This is never an easy decision to make. The first signs of needing assistance with daily living are when the normal day-to-day tasks have become too difficult to manage without help from others. The best thing to do is discuss it with someone who respects your situation and knows you well. Perhaps this could be a family member, or your local doctor. Another way of ascertaining your needs is to consult with the Aged Care Assessment Team (ACAT). Regardless of your situation they will have to assess you anyway, if you wish to enter residential aged care. So it may be a good idea to speak to them about your needs.
An assessment is merely an evaluation by a member of the Aged Care Assessment Team (ACAT) who is a health care professional in the area of senior care. They will visit you and ask you some questions about your life and lifestyle to find the best possible care options for you. You may have anyone present with you for the assessment, such as a carer or family member. And if you wish, you may instruct your doctor to provide your medical history to the ACAT representative. These assessments are free.
This is commonly known as respite care, which Maranatha provides in conjunction with permanent care accommodation. Respite is a period of temporary accommodation in an aged care home, which may be required for a number of reasons.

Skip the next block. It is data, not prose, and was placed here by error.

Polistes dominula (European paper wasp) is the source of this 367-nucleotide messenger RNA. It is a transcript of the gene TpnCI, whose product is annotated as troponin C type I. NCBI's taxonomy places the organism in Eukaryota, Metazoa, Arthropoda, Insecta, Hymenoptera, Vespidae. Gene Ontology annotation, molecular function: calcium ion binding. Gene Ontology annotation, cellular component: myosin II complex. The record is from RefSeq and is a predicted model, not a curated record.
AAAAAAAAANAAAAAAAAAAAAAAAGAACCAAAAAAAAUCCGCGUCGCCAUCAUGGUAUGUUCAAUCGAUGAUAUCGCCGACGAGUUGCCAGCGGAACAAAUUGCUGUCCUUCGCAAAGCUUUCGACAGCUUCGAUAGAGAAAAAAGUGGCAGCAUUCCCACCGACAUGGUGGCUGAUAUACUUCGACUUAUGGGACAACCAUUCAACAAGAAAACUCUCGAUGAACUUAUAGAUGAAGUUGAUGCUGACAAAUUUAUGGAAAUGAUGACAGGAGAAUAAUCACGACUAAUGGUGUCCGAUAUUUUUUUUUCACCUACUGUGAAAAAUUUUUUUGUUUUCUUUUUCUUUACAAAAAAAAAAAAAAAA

- Trying out a home before making a decision to move permanently.
- A carer or support person might be going away on a holiday or unavailable for a period of time.
- In emergency situations
The government provides funding to support respite for a number of weeks throughout the year (this also requires an ACAT assessment) unless you are choosing to pay privately.
The staff working in a home should be fully trained to the highest standard. Aged Care Homes are subject to an accreditation process conducted by the Aged Care Standards and Accreditation Agency. The home must pass a series of compulsory checks to operate.
Care should be assessed and provided based on the individual needs of each and every resident. This is something you should always discuss in detail with your intended place of residence and should include things apart from your clinical care needs. These could be the activities you like to do, any community ties you have and want to maintain, what you like to eat and who your family and friends are, just to name a few.
An Enduring Power of Attorney is a legal document that appoints someone else (the attorney) to act on your behalf regarding financial, medical or lifestyle matters and property if you do not have the capacity to manage or understand these matters. You can get advice about preparing a power of attorney from a solicitor, a community legal centre, a state trustee company or your local magistrate's court.